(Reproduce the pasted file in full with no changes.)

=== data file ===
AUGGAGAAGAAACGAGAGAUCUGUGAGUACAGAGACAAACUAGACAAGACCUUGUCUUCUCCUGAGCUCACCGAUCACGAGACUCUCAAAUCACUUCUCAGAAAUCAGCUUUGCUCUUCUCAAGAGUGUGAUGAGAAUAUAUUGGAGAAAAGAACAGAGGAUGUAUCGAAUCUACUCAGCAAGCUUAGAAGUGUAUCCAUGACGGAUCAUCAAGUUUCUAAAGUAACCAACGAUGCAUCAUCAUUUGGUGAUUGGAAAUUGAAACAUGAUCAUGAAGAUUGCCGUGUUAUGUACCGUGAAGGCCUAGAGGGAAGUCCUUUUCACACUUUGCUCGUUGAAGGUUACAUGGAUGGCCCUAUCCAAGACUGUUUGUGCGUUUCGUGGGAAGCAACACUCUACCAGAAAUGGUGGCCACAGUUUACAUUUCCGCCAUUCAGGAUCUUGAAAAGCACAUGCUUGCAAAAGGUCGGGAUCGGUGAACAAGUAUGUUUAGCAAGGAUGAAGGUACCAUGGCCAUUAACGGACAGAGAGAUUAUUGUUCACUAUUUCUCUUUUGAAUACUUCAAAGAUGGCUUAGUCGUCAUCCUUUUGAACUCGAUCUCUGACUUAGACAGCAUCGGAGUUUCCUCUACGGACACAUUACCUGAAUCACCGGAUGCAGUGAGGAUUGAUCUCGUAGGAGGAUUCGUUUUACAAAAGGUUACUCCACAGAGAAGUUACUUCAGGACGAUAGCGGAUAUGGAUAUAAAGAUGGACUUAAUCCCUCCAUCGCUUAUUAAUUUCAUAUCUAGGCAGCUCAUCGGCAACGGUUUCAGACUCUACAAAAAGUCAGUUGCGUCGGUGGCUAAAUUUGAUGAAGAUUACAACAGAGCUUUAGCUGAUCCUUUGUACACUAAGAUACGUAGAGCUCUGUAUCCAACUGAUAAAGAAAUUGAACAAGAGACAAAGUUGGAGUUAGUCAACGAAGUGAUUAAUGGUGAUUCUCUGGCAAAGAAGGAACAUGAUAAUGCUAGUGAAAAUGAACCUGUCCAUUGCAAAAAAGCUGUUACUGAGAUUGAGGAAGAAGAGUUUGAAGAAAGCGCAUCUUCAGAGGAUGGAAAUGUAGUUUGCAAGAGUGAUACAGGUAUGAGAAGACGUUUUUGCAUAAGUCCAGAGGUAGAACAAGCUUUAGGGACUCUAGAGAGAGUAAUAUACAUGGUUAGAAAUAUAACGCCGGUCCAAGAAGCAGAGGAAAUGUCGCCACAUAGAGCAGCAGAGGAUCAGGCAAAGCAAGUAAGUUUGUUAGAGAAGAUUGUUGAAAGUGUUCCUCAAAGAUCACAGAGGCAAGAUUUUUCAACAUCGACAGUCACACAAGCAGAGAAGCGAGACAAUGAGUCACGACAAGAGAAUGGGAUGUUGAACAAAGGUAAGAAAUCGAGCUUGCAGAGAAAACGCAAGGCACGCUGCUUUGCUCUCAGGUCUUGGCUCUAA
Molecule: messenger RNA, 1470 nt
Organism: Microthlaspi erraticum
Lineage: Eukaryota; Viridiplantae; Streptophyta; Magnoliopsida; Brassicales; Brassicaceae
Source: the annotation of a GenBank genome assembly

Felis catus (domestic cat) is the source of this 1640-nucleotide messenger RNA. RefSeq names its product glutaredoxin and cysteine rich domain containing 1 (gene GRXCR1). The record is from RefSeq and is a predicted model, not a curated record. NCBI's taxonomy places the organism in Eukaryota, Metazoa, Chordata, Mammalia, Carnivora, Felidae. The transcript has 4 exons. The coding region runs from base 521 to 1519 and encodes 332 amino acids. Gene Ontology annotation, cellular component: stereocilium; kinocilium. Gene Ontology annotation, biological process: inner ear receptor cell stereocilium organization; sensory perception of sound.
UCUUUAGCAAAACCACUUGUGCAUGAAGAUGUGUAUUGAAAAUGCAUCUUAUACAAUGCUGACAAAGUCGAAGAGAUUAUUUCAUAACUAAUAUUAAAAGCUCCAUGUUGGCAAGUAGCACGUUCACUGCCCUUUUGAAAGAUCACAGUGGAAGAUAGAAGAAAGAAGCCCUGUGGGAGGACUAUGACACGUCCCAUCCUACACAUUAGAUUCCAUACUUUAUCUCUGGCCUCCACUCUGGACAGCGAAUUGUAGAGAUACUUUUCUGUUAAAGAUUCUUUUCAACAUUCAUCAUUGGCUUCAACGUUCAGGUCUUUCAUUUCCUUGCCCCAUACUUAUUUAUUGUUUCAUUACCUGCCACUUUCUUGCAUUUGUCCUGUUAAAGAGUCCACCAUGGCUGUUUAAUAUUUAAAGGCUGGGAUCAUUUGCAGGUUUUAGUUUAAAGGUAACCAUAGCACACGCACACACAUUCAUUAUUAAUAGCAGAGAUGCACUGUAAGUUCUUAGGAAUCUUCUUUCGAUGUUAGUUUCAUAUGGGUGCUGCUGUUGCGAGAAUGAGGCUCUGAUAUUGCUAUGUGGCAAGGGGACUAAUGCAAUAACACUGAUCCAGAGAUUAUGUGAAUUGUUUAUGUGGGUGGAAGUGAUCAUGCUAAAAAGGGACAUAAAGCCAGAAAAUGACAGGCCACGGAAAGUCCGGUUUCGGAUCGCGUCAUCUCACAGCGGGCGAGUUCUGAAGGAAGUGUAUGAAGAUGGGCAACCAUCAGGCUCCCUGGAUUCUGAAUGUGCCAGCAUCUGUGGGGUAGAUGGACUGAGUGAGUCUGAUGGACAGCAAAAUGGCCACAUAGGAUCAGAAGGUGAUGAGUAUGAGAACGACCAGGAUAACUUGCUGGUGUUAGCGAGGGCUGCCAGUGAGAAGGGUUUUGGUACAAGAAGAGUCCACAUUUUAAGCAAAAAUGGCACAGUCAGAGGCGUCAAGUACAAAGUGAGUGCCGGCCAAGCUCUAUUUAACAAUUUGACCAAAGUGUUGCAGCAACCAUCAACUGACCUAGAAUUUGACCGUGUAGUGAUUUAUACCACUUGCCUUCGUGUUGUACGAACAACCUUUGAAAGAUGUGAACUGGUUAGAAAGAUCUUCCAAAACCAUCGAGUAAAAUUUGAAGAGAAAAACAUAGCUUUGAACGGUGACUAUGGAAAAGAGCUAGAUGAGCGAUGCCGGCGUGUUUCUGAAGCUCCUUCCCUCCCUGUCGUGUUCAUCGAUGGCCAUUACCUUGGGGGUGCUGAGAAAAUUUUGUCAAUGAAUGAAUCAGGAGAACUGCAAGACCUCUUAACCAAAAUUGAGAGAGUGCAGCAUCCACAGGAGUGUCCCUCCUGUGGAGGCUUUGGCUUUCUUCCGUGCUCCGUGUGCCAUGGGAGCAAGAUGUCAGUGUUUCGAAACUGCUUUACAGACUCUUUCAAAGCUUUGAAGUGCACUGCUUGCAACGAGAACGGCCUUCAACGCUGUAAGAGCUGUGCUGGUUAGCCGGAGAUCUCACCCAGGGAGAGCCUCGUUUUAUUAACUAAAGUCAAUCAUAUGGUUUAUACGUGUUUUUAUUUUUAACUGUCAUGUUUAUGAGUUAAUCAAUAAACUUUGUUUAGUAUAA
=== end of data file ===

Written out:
AUGGAGAAGAAACGAGAGAUCUGUGAGUACAGAGACAAACUAGACAAGACCUUGUCUUCUCCUGAGCUCACCGAUCACGAGACUCUCAAAUCACUUCUCAGAAAUCAGCUUUGCUCUUCUCAAGAGUGUGAUGAGAAUAUAUUGGAGAAAAGAACAGAGGAUGUAUCGAAUCUACUCAGCAAGCUUAGAAGUGUAUCCAUGACGGAUCAUCAAGUUUCUAAAGUAACCAACGAUGCAUCAUCAUUUGGUGAUUGGAAAUUGAAACAUGAUCAUGAAGAUUGCCGUGUUAUGUACCGUGAAGGCCUAGAGGGAAGUCCUUUUCACACUUUGCUCGUUGAAGGUUACAUGGAUGGCCCUAUCCAAGACUGUUUGUGCGUUUCGUGGGAAGCAACACUCUACCAGAAAUGGUGGCCACAGUUUACAUUUCCGCCAUUCAGGAUCUUGAAAAGCACAUGCUUGCAAAAGGUCGGGAUCGGUGAACAAGUAUGUUUAGCAAGGAUGAAGGUACCAUGGCCAUUAACGGACAGAGAGAUUAUUGUUCACUAUUUCUCUUUUGAAUACUUCAAAGAUGGCUUAGUCGUCAUCCUUUUGAACUCGAUCUCUGACUUAGACAGCAUCGGAGUUUCCUCUACGGACACAUUACCUGAAUCACCGGAUGCAGUGAGGAUUGAUCUCGUAGGAGGAUUCGUUUUACAAAAGGUUACUCCACAGAGAAGUUACUUCAGGACGAUAGCGGAUAUGGAUAUAAAGAUGGACUUAAUCCCUCCAUCGCUUAUUAAUUUCAUAUCUAGGCAGCUCAUCGGCAACGGUUUCAGACUCUACAAAAAGUCAGUUGCGUCGGUGGCUAAAUUUGAUGAAGAUUACAACAGAGCUUUAGCUGAUCCUUUGUACACUAAGAUACGUAGAGCUCUGUAUCCAACUGAUAAAGAAAUUGAACAAGAGACAAAGUUGGAGUUAGUCAACGAAGUGAUUAAUGGUGAUUCUCUGGCAAAGAAGGAACAUGAUAAUGCUAGUGAAAAUGAACCUGUCCAUUGCAAAAAAGCUGUUACUGAGAUUGAGGAAGAAGAGUUUGAAGAAAGCGCAUCUUCAGAGGAUGGAAAUGUAGUUUGCAAGAGUGAUACAGGUAUGAGAAGACGUUUUUGCAUAAGUCCAGAGGUAGAACAAGCUUUAGGGACUCUAGAGAGAGUAAUAUACAUGGUUAGAAAUAUAACGCCGGUCCAAGAAGCAGAGGAAAUGUCGCCACAUAGAGCAGCAGAGGAUCAGGCAAAGCAAGUAAGUUUGUUAGAGAAGAUUGUUGAAAGUGUUCCUCAAAGAUCACAGAGGCAAGAUUUUUCAACAUCGACAGUCACACAAGCAGAGAAGCGAGACAAUGAGUCACGACAAGAGAAUGGGAUGUUGAACAAAGGUAAGAAAUCGAGCUUGCAGAGAAAACGCAAGGCACGCUGCUUUGCUCUCAGGUCUUGGCUCUAA
Molecule: messenger RNA, 1470 nt
Organism: Microthlaspi erraticum
Lineage: Eukaryota; Viridiplantae; Streptophyta; Magnoliopsida; Brassicales; Brassicaceae
Source: the annotation of a GenBank genome assembly

Felis catus (domestic cat) is the source of this 1640-nucleotide messenger RNA. RefSeq names its product glutaredoxin and cysteine rich domain containing 1 (gene GRXCR1). The record is from RefSeq and is a predicted model, not a curated record. NCBI's taxonomy places the organism in Eukaryota, Metazoa, Chordata, Mammalia, Carnivora, Felidae. The transcript has 4 exons. The coding region runs from base 521 to 1519 and encodes 332 amino acids. Gene Ontology annotation, cellular component: stereocilium; kinocilium. Gene Ontology annotation, biological process: inner ear receptor cell stereocilium organization; sensory perception of sound.
UCUUUAGCAAAACCACUUGUGCAUGAAGAUGUGUAUUGAAAAUGCAUCUUAUACAAUGCUGACAAAGUCGAAGAGAUUAUUUCAUAACUAAUAUUAAAAGCUCCAUGUUGGCAAGUAGCACGUUCACUGCCCUUUUGAAAGAUCACAGUGGAAGAUAGAAGAAAGAAGCCCUGUGGGAGGACUAUGACACGUCCCAUCCUACACAUUAGAUUCCAUACUUUAUCUCUGGCCUCCACUCUGGACAGCGAAUUGUAGAGAUACUUUUCUGUUAAAGAUUCUUUUCAACAUUCAUCAUUGGCUUCAACGUUCAGGUCUUUCAUUUCCUUGCCCCAUACUUAUUUAUUGUUUCAUUACCUGCCACUUUCUUGCAUUUGUCCUGUUAAAGAGUCCACCAUGGCUGUUUAAUAUUUAAAGGCUGGGAUCAUUUGCAGGUUUUAGUUUAAAGGUAACCAUAGCACACGCACACACAUUCAUUAUUAAUAGCAGAGAUGCACUGUAAGUUCUUAGGAAUCUUCUUUCGAUGUUAGUUUCAUAUGGGUGCUGCUGUUGCGAGAAUGAGGCUCUGAUAUUGCUAUGUGGCAAGGGGACUAAUGCAAUAACACUGAUCCAGAGAUUAUGUGAAUUGUUUAUGUGGGUGGAAGUGAUCAUGCUAAAAAGGGACAUAAAGCCAGAAAAUGACAGGCCACGGAAAGUCCGGUUUCGGAUCGCGUCAUCUCACAGCGGGCGAGUUCUGAAGGAAGUGUAUGAAGAUGGGCAACCAUCAGGCUCCCUGGAUUCUGAAUGUGCCAGCAUCUGUGGGGUAGAUGGACUGAGUGAGUCUGAUGGACAGCAAAAUGGCCACAUAGGAUCAGAAGGUGAUGAGUAUGAGAACGACCAGGAUAACUUGCUGGUGUUAGCGAGGGCUGCCAGUGAGAAGGGUUUUGGUACAAGAAGAGUCCACAUUUUAAGCAAAAAUGGCACAGUCAGAGGCGUCAAGUACAAAGUGAGUGCCGGCCAAGCUCUAUUUAACAAUUUGACCAAAGUGUUGCAGCAACCAUCAACUGACCUAGAAUUUGACCGUGUAGUGAUUUAUACCACUUGCCUUCGUGUUGUACGAACAACCUUUGAAAGAUGUGAACUGGUUAGAAAGAUCUUCCAAAACCAUCGAGUAAAAUUUGAAGAGAAAAACAUAGCUUUGAACGGUGACUAUGGAAAAGAGCUAGAUGAGCGAUGCCGGCGUGUUUCUGAAGCUCCUUCCCUCCCUGUCGUGUUCAUCGAUGGCCAUUACCUUGGGGGUGCUGAGAAAAUUUUGUCAAUGAAUGAAUCAGGAGAACUGCAAGACCUCUUAACCAAAAUUGAGAGAGUGCAGCAUCCACAGGAGUGUCCCUCCUGUGGAGGCUUUGGCUUUCUUCCGUGCUCCGUGUGCCAUGGGAGCAAGAUGUCAGUGUUUCGAAACUGCUUUACAGACUCUUUCAAAGCUUUGAAGUGCACUGCUUGCAACGAGAACGGCCUUCAACGCUGUAAGAGCUGUGCUGGUUAGCCGGAGAUCUCACCCAGGGAGAGCCUCGUUUUAUUAACUAAAGUCAAUCAUAUGGUUUAUACGUGUUUUUAUUUUUAACUGUCAUGUUUAUGAGUUAAUCAAUAAACUUUGUUUAGUAUAA